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Dug A Mess Of Potatoes This Week.


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#16 JD DANNELS OFFLINE  

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Posted July 17, 2012 - 11:01 AM

I tried sweet potatoes a couple of years ago. Did not work good at all. That was a first and last attempt!


Not having success is a very good reason to try again. Thomas Edison when asked about his 1000 failures to create an electric light said "I have not failed, I have learned 1000 ways not to make an electric light".
He eventually got it right!

Edited by JD DANNELS, July 17, 2012 - 11:08 AM.


#17 Wheel Horse Kid OFFLINE  

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Posted July 17, 2012 - 01:22 PM

Not having success is a very good reason to try again. Thomas Edison when asked about his 1000 failures to create an electric light said "I have not failed, I have learned 1000 ways not to make an electric light".
He eventually got it right!


You are right, but I like the red potatoes a whole lot more than sweet potatoes, so I would rather use the sweet potatoe space for red potatoes.

#18 UncleWillie OFFLINE  

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Posted July 24, 2012 - 07:21 AM

We haven't got a lot of potatoes this year, but the zucchini have done great, the tomatoes were prolific, but she somehow got a cherry tomato seeds, and the drug dealers that got arrested up the road and abandoned their garden left one really terrific watermelon.

#19 twostep ONLINE  

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Posted August 16, 2012 - 01:41 PM

I tried sweet potatoes a couple of years ago. Did not work good at all. That was a first and last attempt!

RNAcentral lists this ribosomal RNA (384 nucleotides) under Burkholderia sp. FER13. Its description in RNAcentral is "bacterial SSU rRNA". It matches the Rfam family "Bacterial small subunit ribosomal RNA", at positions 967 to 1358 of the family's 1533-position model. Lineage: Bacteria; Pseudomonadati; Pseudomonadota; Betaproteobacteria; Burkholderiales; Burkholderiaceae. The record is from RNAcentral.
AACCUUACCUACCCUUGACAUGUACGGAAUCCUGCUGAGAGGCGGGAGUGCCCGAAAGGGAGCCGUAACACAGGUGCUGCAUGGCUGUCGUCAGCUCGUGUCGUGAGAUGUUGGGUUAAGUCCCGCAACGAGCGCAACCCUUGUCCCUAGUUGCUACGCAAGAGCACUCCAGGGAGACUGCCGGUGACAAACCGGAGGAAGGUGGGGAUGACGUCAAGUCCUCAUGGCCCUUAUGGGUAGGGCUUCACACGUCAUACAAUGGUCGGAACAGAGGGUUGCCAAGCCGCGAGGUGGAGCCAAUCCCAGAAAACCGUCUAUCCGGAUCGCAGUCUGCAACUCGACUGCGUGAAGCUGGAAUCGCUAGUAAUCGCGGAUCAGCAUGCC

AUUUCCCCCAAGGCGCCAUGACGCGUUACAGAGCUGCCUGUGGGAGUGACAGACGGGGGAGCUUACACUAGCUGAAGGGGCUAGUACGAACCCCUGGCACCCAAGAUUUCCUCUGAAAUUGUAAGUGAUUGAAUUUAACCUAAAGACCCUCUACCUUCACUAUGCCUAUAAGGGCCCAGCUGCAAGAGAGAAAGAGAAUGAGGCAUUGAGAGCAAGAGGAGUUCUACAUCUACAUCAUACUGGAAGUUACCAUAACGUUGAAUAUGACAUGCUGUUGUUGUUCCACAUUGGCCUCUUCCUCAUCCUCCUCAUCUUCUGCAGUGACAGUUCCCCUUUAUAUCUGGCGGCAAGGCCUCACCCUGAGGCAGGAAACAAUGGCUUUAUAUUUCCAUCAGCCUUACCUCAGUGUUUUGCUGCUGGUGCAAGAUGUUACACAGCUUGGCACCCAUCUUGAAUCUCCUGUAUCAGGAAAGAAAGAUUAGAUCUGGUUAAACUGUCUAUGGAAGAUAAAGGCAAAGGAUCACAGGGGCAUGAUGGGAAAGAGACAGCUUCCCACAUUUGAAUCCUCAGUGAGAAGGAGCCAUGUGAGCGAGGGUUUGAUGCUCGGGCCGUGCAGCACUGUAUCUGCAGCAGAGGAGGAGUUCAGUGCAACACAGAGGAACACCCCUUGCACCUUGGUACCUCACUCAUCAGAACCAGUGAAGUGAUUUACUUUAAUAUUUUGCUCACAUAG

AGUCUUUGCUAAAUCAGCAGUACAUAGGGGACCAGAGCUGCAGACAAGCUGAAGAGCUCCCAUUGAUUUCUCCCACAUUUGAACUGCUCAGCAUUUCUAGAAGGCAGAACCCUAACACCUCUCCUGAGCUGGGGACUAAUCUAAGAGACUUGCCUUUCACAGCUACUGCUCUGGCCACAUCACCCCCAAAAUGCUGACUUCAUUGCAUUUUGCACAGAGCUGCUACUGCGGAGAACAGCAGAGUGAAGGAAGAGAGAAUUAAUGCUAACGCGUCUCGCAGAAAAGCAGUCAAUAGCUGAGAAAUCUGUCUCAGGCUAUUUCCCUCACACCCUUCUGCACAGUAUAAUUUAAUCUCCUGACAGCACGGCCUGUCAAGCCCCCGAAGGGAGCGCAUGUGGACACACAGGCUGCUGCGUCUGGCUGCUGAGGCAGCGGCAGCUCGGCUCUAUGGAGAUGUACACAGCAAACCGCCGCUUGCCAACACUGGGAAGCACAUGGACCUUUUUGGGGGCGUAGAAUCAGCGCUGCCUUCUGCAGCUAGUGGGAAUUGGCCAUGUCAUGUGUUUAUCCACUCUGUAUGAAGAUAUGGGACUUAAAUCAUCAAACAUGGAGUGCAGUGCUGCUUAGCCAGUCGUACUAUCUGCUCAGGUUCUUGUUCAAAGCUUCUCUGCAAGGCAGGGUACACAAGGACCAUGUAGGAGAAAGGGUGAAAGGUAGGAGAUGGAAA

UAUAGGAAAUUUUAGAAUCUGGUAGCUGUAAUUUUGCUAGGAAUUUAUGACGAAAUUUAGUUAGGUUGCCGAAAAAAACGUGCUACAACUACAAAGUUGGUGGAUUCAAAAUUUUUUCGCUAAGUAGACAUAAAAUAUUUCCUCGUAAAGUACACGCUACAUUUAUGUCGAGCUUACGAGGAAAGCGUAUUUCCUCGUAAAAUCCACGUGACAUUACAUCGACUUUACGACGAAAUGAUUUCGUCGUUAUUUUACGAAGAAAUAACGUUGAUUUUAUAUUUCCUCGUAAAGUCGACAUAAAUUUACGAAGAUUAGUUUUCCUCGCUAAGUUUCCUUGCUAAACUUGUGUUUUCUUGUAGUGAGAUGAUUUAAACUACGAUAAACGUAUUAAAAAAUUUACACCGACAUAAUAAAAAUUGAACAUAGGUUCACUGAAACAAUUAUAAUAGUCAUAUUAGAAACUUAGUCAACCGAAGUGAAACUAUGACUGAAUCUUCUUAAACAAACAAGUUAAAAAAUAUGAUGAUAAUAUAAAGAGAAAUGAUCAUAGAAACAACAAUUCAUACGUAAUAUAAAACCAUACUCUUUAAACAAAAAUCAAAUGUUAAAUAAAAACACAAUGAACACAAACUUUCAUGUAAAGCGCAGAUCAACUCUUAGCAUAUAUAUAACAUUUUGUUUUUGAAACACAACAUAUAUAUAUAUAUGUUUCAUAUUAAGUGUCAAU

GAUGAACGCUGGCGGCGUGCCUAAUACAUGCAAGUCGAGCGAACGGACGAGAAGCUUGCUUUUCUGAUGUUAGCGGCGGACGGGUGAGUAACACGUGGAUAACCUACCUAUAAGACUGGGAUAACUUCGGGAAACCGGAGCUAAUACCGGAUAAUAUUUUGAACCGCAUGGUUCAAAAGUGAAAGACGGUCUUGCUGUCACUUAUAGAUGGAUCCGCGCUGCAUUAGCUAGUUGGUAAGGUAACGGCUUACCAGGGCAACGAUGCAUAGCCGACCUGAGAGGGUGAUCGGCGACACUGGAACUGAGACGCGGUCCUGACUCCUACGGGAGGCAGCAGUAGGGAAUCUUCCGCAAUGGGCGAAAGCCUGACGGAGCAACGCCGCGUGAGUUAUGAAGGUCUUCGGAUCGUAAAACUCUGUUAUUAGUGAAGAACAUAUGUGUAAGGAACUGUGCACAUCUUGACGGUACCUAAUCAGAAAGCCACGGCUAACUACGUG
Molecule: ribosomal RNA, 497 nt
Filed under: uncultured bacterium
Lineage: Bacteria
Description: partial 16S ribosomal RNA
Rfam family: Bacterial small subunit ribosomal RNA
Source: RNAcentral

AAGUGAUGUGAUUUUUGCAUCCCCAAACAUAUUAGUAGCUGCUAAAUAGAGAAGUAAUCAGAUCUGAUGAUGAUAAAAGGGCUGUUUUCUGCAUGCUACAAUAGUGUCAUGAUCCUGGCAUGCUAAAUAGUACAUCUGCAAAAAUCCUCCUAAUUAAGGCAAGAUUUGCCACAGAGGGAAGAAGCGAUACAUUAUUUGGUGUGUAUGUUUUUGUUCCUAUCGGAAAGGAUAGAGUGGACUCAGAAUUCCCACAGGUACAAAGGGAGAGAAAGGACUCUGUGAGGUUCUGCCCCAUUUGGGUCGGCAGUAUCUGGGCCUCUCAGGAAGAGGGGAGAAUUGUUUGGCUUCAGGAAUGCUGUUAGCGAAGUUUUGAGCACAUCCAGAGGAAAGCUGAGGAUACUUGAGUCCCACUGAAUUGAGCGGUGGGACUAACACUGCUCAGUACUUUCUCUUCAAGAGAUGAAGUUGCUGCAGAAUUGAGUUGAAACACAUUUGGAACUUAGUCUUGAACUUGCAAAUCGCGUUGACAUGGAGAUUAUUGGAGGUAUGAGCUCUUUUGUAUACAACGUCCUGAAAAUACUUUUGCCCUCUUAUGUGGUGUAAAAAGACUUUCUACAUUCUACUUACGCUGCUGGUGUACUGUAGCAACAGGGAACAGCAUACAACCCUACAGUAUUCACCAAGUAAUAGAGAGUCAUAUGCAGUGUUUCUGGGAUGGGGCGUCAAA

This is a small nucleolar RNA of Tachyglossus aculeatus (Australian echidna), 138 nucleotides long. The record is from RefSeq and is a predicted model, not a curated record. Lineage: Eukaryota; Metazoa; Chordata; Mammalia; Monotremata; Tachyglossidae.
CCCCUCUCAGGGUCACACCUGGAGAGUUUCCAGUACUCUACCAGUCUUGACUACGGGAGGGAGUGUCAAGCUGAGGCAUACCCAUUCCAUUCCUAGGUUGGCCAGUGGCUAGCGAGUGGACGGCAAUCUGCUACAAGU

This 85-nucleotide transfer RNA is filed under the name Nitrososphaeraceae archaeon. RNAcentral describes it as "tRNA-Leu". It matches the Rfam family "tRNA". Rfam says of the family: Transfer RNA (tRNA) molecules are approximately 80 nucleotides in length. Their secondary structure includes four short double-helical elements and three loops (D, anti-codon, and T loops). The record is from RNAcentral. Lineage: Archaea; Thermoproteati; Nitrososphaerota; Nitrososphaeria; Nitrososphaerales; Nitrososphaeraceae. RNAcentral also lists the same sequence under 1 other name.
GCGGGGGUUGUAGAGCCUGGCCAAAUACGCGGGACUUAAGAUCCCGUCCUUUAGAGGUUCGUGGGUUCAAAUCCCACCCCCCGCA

didn't garden this year do to house sell/buy but last year I started two whole sweet potatoes (bought them at kroger) in mason jars and transplanted them to a couple of large hills. I ended up filling about a bushel for each plant. The larges potatoes were up to about a foot long and 4 or 5 inches in diameter... Man I love sweet potatoes. Baked and buttered for me please.
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#20 KennyP ONLINE  

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Posted August 16, 2012 - 02:59 PM

didn't garden this year do to house sell/buy but last year I started two whole sweet potatoes (bought them at kroger) in mason jars and transplanted them to a couple of large hills. I ended up filling about a bushel for each plant. The larges potatoes were up to about a foot long and 4 or 5 inches in diameter... Man I love sweet potatoes. Baked and buttered for me please.

How did you do this? I, too, love sweet potatoes. Ever tried fried? Enlighten me please!

#21 JD DANNELS OFFLINE  

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Posted August 16, 2012 - 03:26 PM

Kenny , they are good as cottage fries and french fried for sure. In fact now the Perkins Resturants offer French Fried Sweet Potatoes. And they can be substituted as an upgrade (price escapes me) to french fries. This year is the first I've seen that around here. I remember in grade school we took a cutting of sweet potato stck tooth picks in it so it would not be totally submerged in a mason jar full of water. they would root and grow a plant. I suspect that's what TwoStep is describing.
The cuttings from the seed house are fairly expensive. Buying sweet potatoes at the grocery and taking a generous cutting off of it and using the rest for table might be an economic way to get you plants? This might be an experiment i'll have to try next year.
Now I have to thank Two Step for giving me an idea.
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#22 KennyP ONLINE  

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Posted August 16, 2012 - 03:32 PM

I would like to have some of those french fries. Sounds good! Guess I'll have to break down and buy a couple. Been a long time since I had one!

#23 twostep ONLINE  

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Posted August 16, 2012 - 11:02 PM